Figure 7.

Cumulative distribution function (CDF) of hourly kt for Ho Chi Minh City.

Figure 8.

Cumulative distribution function (CDF) of hourly kt for Da Nang.

Figure 9.

Probability density function (PDF) of hourly kt for Ho Chi Minh City.

Figure 10.

Probability density function (PDF) of hourly kt for Da Nang.

MeanMedianMinMaxStd. dev.MAE (%)RMSE (%)
ktmea0.4260.4430.0010.8990.197
ktgen.0.4330.4530.0070.8580.191
Error (%)−1.5−2.42.00.03

Table 6.

Statistical parameters of the kt series of Ho Chi Minh City.

MeanMedianMinMaxStd. dev.MAE (%)RMSE (%)
ktmea0.4590.4910.0190.9050.210
ktgen.0.4650.4920.0120.8840.217
Error (%)−1.3−0.33.30.03

Table 7.

Statistical parameters of the kt series of Da Nang.

As presented in Figures 710 and Tables 6 and 7, the hourly kt series for the two investigated cities have been successfully generated by the suggested model with very high accuracy. The mean and median error percentages of generated sequences were − 1.5% and − 2.4% for Ho Chi Minh City and − 1.3% and 0.3% for Da Nang, respectively. Since stochastic models have been approved to have universal characteristics, as mentioned above, the model in this study is expected to be applicable to any location in the world.

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4. Model to generate hourly ambient temperature sequences

The procedure to generate hourly ambient temperature sequences from monthly mean ambient temperature, T¯a, and monthly mean daily clearness index, K¯t, was described by Knight et al. [25]. The model to generate artificial hourly ambient temperature sequences for Australia was developed by Nguyen and Pryor [21].

First, to generate the deterministic component of the hourly ambient temperatures series, the concept of the average normalized diurnal temperature variation, developed by Erbs et al. [26], is applied. Hourly measured ambient temperature data from two locations (Ho Chi Minh city and Da Nang) are used to calculate the hourly monthly-average ambient temperature, T¯a,h, at each hour of the day for each month. These curves are standardized by subtracting the monthly-average daily temperature, T¯a, from each of the hourly values and then dividing by the amplitude of the curve (defined as the difference between the maximum and minimum hourly average temperatures over the day), A. Subsequently twelve cosine curves are derived for each location.

The average of these 24 (ie., 12 curves * 2 locations) standardized curves are calculated. Interestingly, the equation originally derived by Erbs and his colleagues is found to fit the average standardized curve in this study. The equation is expressed:

T¯a,hT¯aA=0.4632cost3.805+0.0984cos2t0.360+0.0168cos3t0.822+0.0138cos4t3.513E20

t* is given by: t*= 2πt124where temperature is in hours with 1 and 24 corresponding to 1 am and midnight, respectively.

The relation between the amplitude A and the monthly mean clearness index, K¯t, is calculated as [26]:

A=20.231K¯t3.103E21

After the trend components are removed from the ambient temperature values, the variable component of the data is converted into a normal distribution and then tested with many ARMA models. The AR2 model is finally selected:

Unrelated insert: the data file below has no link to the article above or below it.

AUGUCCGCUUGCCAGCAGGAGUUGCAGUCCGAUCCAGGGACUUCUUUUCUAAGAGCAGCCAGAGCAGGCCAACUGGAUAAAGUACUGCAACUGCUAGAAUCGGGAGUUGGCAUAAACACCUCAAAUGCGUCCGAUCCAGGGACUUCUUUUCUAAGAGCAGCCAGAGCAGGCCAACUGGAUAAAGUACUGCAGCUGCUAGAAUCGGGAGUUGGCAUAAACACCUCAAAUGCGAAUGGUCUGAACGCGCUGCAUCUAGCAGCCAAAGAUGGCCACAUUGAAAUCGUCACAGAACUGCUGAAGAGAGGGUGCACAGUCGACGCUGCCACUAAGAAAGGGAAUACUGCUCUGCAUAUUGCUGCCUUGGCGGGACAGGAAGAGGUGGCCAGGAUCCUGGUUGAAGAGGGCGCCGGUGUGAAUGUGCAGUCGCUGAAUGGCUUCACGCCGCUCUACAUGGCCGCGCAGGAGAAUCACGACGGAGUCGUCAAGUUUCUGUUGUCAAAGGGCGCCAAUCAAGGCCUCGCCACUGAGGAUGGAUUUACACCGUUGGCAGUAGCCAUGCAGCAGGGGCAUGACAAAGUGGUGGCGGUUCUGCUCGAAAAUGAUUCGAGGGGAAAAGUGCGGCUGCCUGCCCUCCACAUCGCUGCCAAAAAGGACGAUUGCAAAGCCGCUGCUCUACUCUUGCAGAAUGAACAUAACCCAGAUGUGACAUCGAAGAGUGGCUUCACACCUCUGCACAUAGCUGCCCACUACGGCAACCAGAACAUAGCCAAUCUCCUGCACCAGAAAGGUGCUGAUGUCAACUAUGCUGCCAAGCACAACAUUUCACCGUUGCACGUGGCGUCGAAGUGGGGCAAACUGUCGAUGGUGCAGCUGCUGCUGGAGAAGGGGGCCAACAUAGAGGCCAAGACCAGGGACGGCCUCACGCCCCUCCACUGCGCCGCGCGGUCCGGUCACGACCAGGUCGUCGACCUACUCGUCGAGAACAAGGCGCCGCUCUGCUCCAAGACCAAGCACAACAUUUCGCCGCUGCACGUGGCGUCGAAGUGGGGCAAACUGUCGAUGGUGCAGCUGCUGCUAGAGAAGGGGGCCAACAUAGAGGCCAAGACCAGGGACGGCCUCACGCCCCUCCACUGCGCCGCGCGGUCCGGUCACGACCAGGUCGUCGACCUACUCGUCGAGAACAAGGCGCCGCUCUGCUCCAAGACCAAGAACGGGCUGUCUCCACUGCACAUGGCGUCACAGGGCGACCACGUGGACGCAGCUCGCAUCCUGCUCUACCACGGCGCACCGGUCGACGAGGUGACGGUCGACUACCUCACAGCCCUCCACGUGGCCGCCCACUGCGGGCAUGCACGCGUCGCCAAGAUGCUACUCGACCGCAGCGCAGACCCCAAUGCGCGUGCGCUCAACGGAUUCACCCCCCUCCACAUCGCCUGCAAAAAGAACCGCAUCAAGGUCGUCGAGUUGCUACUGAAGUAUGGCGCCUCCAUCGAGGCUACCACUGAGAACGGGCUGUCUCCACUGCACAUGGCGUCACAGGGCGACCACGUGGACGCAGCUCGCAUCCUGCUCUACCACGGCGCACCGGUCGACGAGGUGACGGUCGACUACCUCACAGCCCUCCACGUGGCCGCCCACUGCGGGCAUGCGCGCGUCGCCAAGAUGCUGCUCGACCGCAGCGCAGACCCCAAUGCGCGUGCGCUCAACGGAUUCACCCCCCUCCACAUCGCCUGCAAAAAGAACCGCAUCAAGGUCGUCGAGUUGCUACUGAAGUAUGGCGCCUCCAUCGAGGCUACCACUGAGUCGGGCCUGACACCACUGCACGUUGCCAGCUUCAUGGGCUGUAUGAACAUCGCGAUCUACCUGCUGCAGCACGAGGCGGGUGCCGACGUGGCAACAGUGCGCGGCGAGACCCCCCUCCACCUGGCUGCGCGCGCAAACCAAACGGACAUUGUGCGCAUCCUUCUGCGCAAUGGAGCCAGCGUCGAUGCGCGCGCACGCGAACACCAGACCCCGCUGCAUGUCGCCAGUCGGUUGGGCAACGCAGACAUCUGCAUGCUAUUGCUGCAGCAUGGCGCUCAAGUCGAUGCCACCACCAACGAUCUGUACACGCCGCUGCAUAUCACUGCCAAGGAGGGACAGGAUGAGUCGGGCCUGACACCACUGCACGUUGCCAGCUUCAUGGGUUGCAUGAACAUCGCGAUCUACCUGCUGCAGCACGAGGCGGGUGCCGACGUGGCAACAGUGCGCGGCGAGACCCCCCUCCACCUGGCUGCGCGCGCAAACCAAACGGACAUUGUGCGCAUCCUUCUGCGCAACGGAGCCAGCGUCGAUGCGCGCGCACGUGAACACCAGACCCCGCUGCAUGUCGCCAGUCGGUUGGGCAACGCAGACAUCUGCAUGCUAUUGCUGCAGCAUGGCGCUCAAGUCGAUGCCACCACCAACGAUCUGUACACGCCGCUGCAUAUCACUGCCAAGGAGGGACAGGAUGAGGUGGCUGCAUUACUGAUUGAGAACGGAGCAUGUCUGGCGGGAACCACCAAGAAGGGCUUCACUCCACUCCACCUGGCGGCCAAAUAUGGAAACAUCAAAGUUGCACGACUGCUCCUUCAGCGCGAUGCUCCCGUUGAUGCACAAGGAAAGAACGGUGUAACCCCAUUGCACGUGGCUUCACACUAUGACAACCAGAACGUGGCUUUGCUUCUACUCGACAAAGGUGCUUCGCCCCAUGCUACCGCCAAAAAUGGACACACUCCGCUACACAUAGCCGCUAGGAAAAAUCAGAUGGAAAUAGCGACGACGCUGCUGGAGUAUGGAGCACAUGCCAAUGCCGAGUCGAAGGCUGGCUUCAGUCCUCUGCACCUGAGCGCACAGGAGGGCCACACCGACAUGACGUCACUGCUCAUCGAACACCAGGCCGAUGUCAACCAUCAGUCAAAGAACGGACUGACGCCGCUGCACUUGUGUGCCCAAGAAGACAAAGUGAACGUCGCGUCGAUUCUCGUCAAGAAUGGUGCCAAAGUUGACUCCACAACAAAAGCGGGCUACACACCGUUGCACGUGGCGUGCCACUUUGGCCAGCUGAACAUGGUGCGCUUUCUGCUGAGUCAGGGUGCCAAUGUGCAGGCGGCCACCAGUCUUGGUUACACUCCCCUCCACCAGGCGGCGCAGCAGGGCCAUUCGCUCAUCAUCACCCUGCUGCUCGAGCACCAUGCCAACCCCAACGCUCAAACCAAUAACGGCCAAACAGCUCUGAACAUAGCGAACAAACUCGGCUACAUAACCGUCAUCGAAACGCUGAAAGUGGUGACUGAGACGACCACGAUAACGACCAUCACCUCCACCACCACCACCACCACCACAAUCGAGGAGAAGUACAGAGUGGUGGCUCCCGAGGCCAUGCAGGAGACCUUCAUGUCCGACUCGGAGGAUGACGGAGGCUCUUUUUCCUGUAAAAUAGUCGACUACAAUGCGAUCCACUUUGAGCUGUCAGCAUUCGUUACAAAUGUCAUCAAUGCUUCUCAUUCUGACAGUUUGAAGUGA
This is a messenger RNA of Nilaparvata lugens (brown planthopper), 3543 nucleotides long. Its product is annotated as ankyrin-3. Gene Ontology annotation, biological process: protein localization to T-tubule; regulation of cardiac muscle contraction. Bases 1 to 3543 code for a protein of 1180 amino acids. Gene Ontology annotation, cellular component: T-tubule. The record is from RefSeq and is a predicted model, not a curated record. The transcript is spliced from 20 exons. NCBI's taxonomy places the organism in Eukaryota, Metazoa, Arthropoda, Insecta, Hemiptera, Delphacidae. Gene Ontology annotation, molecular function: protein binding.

χt=Φ1χt1+Φ2χt2+εtE22

here, χt1and χt2are the values of the weather data variables at t-1 and t-2, respectively, and Φ1and Φ2are calculated from the available ambient temperature data and are found to be 0.9072 and − 0.1430, respectively. εtis a random number from a normal distribution with zero mean and a standard deviation 1Φ1r1Φ2r2.r1 and r2 are the corresponding autocorrelation coefficients.

The generated χ is transformed to an hourly temperature by equating the cumulative function of χ, Fnormal, and hourly ambient temperature, Ftemp. Fnormal is given by:

Fnormal=12πxexp12t2dt=121+erfχ2E23

whereas Ftemp is calculated as follows:

Ftemp=11+exp3.396hE24

with:

h=TT¯a,hσmNm/24E25

in which Nm is the number of hours in the months and σm is the standard deviation of the monthly-average daily temperature Ta¯given by:

σm=1.45+0.029Ta¯+0.0664σyrE26

σyr is the standard deviation of the yearly average ambient temperature.

Solving these equations, hourly ambient tempaerature is given by:

T=Ta¯σmNm243.369×ln10.51+erfχ21E27

Figure 11 shows the schematic diagram of the procedure to generate hourly ambient temperature sequences.

Figure 11.

Schematic diagram of the procedure to generate hourly ambient temperature sequences.

In this figure:

Lst and Lloc are the standard meridian for the local time zone and the longitude of the location considered, respectively.

Ta [j] and K[j] are the monthly mean ambient temperature and monthly mean daily radiation of jth month, respectively.

Ta,yr is the year average ambient temperature, calculated from the 12 monthly values.

σm[j] is the monthly standard deviation of the jth month, obtained from the yearly average value and the monthly average temperature for that month.

A[j] is the amplitude of the diurnal variation (peak to peak) of ambient temperature, and is a function of monthly average daily clearness index.

Ta,h [avhr] is the hourly monthly-average ambient temperature; the subscript “avhr” indicates the calculated monthly-average hour (avhr = 1 to 24).

εtis a random number from a Gaussian distribution.

hr is the hour considered.

Nmax is the number of hours in the respective month

χ is the normally distributed stochastic variable with a mean of 0 & a variable of 1.

Φ1and Φ2are the first and second parameters of the AR2 model.

Fnormal is the cumulative distribution of a normally distributed variable.

Figure 12 shows the cumulative distribution of hourly ambient temperature sequences for Ho Chi Minh City. The figure compares the results using measured data and arificial data generated from the equations described in this section. As shown, the model presented here produced accurate hourly ambient temperature in comparision with measured data.